Even to a healthy person who has good digestion, the ordinary hash is an abomination. There are only a very few ways in which meat can be warmed over for the sick. Boudins or dishes where the meat is heated in the oven in hot water are preferable. Croquettes contain nutritious material, but the combination and frying renders them unfit for the sick. Avoid all warmed-over dishes, like hash, ragouts, or brown stews.
Chop a quarter of a pound of tender, rare roasted beef. For the sick, I think it is wise to put this twice through a meat chopper. Put four tablespoonfuls of water and a tablespoonful of dry bread crumbs in a saucepan, cook a moment, and add the meat. Take from the fire, drop in the yolk of an egg, a saltspoonful of salt, and then fold in the well-beaten white of the egg. Turn this into a little boudin mold or custard cup, stand it in a pan of boiling water and cook over the fire or in the oven for fifteen minutes. Serve at once.
This is very nutritious and easily digested. An excellent dish for the aged.
Line an individual dish or a ramekin with a thin layer of mashed potatoes; put in the center about four table-spoonfuls of nicely-seasoned cold roasted beef, chopped fine. Cover the top with more mashed potatoes, stand the dish in a pie plate of hot water and bake in the oven until a golden brown, about twenty minutes.
Chop a quarter of a pound of roasted beef very fine, season it with a saltspoonful of salt and a saltspoonful of pounded celery seed; put this into a ramekin or a small individual baking dish, pour over four tablespoonfuls of leban; stand the dish in a pan of hot water and cook in the oven fifteen minutes, and serve.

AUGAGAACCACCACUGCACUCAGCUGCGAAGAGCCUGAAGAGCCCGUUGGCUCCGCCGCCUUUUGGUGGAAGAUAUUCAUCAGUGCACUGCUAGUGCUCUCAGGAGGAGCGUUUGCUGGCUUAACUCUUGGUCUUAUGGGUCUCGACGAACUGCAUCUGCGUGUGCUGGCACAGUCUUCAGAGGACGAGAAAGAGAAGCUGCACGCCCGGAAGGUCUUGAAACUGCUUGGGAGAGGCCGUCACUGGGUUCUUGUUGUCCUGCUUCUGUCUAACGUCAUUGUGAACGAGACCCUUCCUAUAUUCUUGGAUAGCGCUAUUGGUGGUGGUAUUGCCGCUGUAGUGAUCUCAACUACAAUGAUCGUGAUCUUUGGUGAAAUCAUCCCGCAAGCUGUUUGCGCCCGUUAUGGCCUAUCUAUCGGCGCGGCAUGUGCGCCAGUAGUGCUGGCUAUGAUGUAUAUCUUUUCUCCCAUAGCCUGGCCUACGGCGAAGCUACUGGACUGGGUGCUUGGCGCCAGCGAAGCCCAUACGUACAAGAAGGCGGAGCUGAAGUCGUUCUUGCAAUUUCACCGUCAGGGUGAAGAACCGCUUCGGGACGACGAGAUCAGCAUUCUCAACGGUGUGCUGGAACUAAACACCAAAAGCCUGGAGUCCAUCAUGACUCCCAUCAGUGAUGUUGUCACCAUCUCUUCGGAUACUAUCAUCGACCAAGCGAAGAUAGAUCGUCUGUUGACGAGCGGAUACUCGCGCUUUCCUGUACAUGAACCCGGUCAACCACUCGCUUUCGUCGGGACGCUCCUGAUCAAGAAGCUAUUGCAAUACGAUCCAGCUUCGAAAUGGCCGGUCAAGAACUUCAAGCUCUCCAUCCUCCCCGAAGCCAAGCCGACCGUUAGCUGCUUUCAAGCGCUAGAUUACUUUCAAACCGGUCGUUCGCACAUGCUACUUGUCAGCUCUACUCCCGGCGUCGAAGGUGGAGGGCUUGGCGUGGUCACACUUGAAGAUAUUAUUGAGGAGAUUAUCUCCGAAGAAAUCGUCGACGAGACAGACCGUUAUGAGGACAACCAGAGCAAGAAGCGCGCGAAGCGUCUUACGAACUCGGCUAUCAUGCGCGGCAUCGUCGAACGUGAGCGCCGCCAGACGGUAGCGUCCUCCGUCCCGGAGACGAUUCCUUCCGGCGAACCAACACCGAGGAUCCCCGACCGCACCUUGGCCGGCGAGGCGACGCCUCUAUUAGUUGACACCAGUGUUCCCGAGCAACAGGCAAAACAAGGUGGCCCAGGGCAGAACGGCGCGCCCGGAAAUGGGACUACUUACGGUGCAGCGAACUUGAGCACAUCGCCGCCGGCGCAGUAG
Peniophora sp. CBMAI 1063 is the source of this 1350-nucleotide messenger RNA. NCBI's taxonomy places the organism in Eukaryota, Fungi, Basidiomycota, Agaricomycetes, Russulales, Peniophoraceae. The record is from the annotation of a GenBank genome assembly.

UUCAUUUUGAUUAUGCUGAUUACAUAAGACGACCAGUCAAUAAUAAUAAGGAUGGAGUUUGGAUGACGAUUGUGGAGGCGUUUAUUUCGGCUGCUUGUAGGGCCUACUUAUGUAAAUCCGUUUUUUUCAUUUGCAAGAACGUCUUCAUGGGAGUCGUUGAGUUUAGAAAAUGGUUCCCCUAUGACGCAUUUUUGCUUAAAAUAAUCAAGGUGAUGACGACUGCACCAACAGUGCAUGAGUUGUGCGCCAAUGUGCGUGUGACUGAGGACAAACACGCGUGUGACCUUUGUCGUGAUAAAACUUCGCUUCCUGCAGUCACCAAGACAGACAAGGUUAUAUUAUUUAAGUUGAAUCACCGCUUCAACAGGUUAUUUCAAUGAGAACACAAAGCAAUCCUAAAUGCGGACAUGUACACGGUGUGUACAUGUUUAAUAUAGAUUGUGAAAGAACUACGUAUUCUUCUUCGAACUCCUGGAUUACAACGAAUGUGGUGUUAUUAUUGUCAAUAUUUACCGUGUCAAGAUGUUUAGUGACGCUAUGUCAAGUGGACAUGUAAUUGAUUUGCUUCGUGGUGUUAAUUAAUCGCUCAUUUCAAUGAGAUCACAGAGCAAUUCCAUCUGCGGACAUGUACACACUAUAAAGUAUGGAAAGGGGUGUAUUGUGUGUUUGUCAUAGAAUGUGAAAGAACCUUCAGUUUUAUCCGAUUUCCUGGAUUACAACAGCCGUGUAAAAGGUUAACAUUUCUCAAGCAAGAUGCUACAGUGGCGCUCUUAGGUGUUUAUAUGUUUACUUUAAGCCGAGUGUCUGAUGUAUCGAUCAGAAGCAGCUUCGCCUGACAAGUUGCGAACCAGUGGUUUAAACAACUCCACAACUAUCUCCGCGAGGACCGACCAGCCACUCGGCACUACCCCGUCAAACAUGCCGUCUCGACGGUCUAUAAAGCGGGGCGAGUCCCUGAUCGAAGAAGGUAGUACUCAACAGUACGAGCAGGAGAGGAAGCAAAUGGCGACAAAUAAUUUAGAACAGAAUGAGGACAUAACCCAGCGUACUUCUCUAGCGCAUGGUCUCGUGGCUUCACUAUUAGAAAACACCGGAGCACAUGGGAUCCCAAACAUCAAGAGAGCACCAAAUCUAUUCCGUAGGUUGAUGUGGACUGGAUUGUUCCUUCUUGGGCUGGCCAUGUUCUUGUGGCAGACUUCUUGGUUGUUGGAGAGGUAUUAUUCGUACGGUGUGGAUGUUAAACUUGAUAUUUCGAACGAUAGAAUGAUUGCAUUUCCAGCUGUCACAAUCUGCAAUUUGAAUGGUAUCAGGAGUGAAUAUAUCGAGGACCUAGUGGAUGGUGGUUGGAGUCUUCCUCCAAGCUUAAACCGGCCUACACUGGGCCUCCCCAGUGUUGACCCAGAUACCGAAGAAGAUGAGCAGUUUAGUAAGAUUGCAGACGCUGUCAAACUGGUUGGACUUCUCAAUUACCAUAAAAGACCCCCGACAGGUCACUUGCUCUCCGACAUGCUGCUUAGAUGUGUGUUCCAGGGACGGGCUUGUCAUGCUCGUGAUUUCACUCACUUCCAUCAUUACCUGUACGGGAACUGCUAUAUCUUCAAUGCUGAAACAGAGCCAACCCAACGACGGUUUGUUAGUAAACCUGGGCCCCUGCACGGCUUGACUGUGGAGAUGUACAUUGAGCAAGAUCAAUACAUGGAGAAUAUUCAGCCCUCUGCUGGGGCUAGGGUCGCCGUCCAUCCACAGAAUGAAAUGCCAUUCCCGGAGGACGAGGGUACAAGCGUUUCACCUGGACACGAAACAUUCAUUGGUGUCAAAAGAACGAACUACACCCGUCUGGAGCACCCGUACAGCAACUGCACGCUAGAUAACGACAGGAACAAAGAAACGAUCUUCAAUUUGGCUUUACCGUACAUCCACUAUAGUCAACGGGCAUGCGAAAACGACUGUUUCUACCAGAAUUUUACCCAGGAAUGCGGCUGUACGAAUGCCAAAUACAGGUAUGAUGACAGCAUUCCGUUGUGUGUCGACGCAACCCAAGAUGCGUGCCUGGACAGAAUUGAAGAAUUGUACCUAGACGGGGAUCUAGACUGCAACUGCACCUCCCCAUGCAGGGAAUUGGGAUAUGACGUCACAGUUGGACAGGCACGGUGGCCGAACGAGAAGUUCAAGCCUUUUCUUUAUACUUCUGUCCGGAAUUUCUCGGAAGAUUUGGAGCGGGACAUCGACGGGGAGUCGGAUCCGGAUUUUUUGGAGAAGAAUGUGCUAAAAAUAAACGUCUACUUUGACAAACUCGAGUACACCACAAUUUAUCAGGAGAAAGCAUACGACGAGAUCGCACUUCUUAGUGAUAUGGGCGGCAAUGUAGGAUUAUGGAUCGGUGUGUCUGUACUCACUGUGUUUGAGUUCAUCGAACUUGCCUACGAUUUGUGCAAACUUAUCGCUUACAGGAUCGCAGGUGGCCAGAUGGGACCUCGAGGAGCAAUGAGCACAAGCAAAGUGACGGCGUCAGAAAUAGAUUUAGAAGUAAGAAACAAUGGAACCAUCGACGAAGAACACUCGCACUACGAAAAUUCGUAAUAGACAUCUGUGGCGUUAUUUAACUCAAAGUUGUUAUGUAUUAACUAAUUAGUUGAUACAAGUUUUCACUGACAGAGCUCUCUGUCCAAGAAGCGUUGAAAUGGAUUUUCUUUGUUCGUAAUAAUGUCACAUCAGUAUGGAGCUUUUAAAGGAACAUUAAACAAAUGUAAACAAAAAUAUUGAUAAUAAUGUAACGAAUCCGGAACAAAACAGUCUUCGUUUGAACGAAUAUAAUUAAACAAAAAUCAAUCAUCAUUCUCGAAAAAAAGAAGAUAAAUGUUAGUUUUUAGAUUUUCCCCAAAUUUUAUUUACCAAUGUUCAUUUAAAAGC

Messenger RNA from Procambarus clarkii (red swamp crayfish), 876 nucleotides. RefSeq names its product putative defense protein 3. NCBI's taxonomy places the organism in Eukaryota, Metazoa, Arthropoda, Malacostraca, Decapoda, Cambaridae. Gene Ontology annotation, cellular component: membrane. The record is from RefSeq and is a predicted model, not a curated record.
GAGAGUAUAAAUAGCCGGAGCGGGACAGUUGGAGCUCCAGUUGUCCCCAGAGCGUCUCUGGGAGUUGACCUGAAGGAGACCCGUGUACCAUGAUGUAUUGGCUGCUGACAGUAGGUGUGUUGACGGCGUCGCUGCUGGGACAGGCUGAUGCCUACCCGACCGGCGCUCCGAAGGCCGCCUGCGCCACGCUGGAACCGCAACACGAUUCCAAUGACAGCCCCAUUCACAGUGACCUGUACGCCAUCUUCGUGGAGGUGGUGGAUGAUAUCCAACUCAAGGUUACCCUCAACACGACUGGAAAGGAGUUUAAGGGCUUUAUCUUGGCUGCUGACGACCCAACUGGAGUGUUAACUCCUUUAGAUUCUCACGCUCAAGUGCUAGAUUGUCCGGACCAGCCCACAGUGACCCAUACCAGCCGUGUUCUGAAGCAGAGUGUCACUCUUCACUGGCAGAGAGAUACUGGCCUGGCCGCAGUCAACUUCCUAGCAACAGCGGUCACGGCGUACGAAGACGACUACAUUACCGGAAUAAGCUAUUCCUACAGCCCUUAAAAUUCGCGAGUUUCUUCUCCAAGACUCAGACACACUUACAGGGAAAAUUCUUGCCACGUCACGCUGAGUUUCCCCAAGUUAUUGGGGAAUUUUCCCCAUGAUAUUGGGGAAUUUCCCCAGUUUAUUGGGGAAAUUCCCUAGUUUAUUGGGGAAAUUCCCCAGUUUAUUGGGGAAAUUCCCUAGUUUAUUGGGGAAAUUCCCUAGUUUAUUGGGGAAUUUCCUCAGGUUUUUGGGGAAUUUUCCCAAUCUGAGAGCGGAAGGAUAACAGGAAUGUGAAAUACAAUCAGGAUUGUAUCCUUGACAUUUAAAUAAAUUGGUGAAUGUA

This is excellent in cases of indigestion. The leban renders the beef more digestible and gives a greater food value. Matzoon or zoolak may be used in the place of leban.
Salt meats take no part whatever in diet for the sick; we simply mention them to condemn them.
Broiled bacon is the exception. It is more digestible and nutritious than fresh fat pork, and may now and then be used sparingly. In salt lean meats the fibre is rendered hard and difficult of digestion. The meat is deficient in natural mineral matter, and contains an excess of chloride of sodium. Persons who are perfectly well, after a meal of salt meat have an uncontrollable desire for water, which comes from an overheated, irritated condition of the stomach; it is not true thirst, and must be looked on as an unnatural rather than a natural condition.